imageMy name is Janyll Tucker and I am an RTI Specialist in a NJ public school.

Response to Intervention (RTI) is a three-tiered approach to assist struggling learners by providing research-based strategies to accelerate their learning in order to close their learning gap.  Tier 1 is the core instruction in the classroom.  This must be effective in order for interventions to be beneficial.  Tier 2 is small group interventions where again research or evidence-based strategies are used- in addition to the core instruction- as an attempt to catch the student up.  Tier 3 would be necessary in cases where small group interventions were unsuccessful and one-on-one instruction is implemented, and could be performed by a Special Needs teacher.  Throughout this process, the student’s progress is closely monitored and documented to determine their ‘response to the intervention” (hence the term RTI). If these tiers are exhausted and the students has not shown progress, the Child Study Team may be contacted to evaluate the student for possible learning disabilities.  This process was created to be the first line of action to attempt to help the child before simply moving right to evaluation.  In this way, the overclassification of children unnecessarily would be decreased.

The purpose of this blog is to share procedures and strategies teachers can implement in daily instruction in order to raise the achievement of struggling learners- whether or not your school has a viable RTI Program. The strategies will be evidence-based and easy to implement. The hope is to offer teachers a new view on teaching that is students focused and adaptive to individual student needs. Also, in order to achieve the end goal of RTI, the strategies may lessen the classification of low-achieving students by meeting their needs in a scientific and structured way.


8 thoughts on “About

  1. A very good work here! Good luck with it.



  2. Janyll, do you have a twitter name? Want to mention this blog via Twitter 🙂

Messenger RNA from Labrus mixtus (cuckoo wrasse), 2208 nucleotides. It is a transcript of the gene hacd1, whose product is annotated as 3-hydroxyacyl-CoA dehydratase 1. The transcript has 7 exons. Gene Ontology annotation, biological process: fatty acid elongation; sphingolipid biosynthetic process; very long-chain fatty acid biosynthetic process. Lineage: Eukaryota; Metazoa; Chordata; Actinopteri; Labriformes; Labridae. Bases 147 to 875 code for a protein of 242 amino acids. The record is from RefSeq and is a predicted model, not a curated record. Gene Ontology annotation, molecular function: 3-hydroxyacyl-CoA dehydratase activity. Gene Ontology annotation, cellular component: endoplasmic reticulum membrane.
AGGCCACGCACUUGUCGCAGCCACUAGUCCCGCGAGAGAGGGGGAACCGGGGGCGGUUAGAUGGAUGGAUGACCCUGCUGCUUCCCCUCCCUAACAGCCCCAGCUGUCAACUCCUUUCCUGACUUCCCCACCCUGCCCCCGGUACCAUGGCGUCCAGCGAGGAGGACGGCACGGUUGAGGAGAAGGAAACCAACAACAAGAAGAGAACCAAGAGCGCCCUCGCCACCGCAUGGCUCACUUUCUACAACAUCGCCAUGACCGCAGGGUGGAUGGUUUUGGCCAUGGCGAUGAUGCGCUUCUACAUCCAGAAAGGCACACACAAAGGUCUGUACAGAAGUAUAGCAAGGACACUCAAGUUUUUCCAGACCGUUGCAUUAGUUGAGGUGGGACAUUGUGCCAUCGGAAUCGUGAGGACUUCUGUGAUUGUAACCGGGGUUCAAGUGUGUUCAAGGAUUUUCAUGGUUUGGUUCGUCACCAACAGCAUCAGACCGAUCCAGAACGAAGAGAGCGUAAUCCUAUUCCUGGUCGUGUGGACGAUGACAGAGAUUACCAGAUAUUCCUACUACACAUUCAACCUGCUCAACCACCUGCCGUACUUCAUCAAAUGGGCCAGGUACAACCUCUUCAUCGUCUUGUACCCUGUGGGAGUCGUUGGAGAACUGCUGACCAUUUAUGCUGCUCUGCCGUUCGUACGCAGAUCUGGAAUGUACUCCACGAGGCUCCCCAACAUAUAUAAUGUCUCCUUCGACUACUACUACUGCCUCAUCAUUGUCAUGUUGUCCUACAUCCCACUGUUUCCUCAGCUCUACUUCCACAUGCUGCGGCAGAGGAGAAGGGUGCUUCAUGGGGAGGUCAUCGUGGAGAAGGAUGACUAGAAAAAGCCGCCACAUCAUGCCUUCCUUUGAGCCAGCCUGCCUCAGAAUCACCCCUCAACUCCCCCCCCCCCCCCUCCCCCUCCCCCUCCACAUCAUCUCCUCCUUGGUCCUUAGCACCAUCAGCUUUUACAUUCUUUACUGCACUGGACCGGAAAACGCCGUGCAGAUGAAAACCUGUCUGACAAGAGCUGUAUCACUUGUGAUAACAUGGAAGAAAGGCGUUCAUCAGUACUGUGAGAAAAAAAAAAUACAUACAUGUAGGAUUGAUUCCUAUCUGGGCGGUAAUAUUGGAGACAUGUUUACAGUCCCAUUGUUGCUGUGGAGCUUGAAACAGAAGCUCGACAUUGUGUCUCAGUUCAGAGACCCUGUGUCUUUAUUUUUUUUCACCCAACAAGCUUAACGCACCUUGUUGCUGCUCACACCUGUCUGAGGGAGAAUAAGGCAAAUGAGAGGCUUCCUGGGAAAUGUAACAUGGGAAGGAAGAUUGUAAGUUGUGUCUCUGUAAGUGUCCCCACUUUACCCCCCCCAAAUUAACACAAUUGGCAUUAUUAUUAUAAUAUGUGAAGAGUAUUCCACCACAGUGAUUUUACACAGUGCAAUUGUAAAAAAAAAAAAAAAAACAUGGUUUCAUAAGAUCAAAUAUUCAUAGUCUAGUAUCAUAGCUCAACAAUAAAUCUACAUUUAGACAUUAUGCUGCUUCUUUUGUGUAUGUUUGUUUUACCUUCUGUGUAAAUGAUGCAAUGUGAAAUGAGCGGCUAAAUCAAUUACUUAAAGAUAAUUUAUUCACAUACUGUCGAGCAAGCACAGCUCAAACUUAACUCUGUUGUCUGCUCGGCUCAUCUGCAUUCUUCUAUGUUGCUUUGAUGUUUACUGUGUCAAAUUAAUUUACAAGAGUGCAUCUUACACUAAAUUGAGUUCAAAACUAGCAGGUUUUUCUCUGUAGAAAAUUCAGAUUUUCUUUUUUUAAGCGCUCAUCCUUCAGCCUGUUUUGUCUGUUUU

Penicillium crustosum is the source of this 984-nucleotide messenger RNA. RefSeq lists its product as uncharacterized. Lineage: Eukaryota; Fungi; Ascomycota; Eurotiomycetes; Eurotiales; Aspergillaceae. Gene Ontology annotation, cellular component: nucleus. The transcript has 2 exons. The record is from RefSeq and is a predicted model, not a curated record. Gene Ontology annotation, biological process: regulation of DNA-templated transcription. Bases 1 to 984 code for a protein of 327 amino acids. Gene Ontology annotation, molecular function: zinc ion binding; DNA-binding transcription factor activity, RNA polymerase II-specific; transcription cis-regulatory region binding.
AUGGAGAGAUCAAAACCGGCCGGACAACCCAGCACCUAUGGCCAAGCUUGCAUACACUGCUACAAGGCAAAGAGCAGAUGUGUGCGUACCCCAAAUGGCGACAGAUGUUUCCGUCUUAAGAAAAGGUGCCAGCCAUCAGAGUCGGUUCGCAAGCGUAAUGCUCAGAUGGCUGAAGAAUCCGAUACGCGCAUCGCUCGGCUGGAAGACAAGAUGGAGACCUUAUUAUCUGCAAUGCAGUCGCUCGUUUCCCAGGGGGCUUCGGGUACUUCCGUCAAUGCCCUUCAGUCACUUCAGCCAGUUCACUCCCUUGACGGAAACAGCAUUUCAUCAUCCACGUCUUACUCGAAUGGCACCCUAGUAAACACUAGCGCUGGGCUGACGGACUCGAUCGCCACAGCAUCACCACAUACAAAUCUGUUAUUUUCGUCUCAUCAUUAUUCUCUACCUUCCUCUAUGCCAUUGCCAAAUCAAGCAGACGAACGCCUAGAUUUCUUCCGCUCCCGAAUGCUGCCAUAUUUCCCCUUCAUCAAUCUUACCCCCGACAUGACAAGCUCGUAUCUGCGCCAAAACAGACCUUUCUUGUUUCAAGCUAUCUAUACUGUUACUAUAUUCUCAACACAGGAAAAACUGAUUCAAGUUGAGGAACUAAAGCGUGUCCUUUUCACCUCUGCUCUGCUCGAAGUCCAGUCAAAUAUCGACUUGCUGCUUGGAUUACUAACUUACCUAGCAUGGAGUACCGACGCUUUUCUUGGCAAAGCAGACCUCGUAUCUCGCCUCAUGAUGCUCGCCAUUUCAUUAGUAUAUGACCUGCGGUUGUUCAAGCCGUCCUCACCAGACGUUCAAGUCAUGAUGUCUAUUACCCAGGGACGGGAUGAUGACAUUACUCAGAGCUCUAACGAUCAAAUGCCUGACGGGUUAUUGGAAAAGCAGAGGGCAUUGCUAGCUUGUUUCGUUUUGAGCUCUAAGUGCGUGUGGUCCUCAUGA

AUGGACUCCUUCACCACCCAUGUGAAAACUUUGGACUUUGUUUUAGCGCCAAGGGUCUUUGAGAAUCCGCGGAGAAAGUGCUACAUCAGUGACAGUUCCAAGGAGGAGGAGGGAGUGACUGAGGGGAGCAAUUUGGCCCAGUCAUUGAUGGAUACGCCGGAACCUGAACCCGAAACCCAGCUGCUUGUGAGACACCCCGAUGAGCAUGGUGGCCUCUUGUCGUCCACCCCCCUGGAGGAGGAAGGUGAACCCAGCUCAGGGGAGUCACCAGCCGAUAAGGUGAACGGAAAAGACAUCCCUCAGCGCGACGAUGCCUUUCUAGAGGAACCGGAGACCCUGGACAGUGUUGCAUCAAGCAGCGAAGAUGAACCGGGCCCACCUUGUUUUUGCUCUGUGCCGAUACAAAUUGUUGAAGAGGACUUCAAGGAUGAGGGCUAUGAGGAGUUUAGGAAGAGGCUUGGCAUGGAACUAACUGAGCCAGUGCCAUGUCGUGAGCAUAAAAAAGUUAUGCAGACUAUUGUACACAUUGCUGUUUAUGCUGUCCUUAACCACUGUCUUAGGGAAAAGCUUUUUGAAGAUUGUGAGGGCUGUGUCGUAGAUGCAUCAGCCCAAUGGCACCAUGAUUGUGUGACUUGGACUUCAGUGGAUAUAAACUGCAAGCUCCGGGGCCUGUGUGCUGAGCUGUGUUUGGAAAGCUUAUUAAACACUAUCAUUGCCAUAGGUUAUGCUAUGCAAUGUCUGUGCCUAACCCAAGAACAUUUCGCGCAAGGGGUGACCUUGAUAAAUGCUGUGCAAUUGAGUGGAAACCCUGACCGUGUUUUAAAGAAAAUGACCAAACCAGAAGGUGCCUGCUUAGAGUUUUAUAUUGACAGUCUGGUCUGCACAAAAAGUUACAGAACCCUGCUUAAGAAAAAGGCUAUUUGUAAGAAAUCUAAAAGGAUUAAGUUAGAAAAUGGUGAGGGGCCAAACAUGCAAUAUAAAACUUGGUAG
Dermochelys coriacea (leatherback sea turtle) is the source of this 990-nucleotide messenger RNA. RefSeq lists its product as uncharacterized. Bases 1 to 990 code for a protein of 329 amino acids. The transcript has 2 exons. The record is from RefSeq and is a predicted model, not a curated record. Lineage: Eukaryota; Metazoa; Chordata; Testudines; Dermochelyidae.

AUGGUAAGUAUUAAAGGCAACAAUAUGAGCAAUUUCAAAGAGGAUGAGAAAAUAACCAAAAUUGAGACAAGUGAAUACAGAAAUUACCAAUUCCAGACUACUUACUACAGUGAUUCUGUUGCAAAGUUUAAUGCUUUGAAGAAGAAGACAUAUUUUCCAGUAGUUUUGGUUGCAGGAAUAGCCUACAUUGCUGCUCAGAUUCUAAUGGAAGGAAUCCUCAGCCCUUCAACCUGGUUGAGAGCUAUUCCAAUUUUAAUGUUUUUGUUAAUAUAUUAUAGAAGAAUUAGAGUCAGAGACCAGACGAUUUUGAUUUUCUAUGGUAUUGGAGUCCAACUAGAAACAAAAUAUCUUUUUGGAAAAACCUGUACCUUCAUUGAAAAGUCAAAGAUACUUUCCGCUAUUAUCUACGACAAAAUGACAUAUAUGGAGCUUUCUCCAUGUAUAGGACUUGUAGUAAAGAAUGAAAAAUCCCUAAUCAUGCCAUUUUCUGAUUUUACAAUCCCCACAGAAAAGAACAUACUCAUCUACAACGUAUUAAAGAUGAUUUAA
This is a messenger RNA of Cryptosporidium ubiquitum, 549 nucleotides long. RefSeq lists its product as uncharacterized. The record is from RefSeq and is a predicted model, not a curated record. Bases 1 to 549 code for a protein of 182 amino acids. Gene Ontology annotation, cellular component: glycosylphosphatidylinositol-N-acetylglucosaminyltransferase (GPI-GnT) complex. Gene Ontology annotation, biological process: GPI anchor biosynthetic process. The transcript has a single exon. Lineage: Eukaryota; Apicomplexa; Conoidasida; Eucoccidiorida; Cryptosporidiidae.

3. I have reported you for using screenshots of other people’s work no credit AND for not responding to requests to do so. Unprofessional. Shame on you. Sharing is great until someone presents themselves falsely, like you. It ruins it for the rest of us AND the children.


    • First, let me say that I just read your comments and being the professional that I am I never deleted your request for credit so I am not sure what your referring to. Second, I never took credit for any of the pictures I used in any of my posts and always stated that they were collected from the web. I think you are overreacting and falsely accusing me of presenting your pic as my own…UNTRUE…so shame on you for being dishonest. I’m sure you read my disclaimer…and I clearly never said I created the activities. As far as I’m concerned, you should worry less about getting YOU getting “credit”- and understand that teachers appreciate all ideas to assist them with their instruction and the CHILDREN are the ones benefiting from your great idea so how is that hurting the children?? You should care more about that- than whether YOU get the credit…so who are you posting your ideas for…YOU or the CHILDREN?

      By the way I deleted your picture and I am sorry you cared more about getting credit than teachers having ideas for getting students engaged in their learning.

      Be well,


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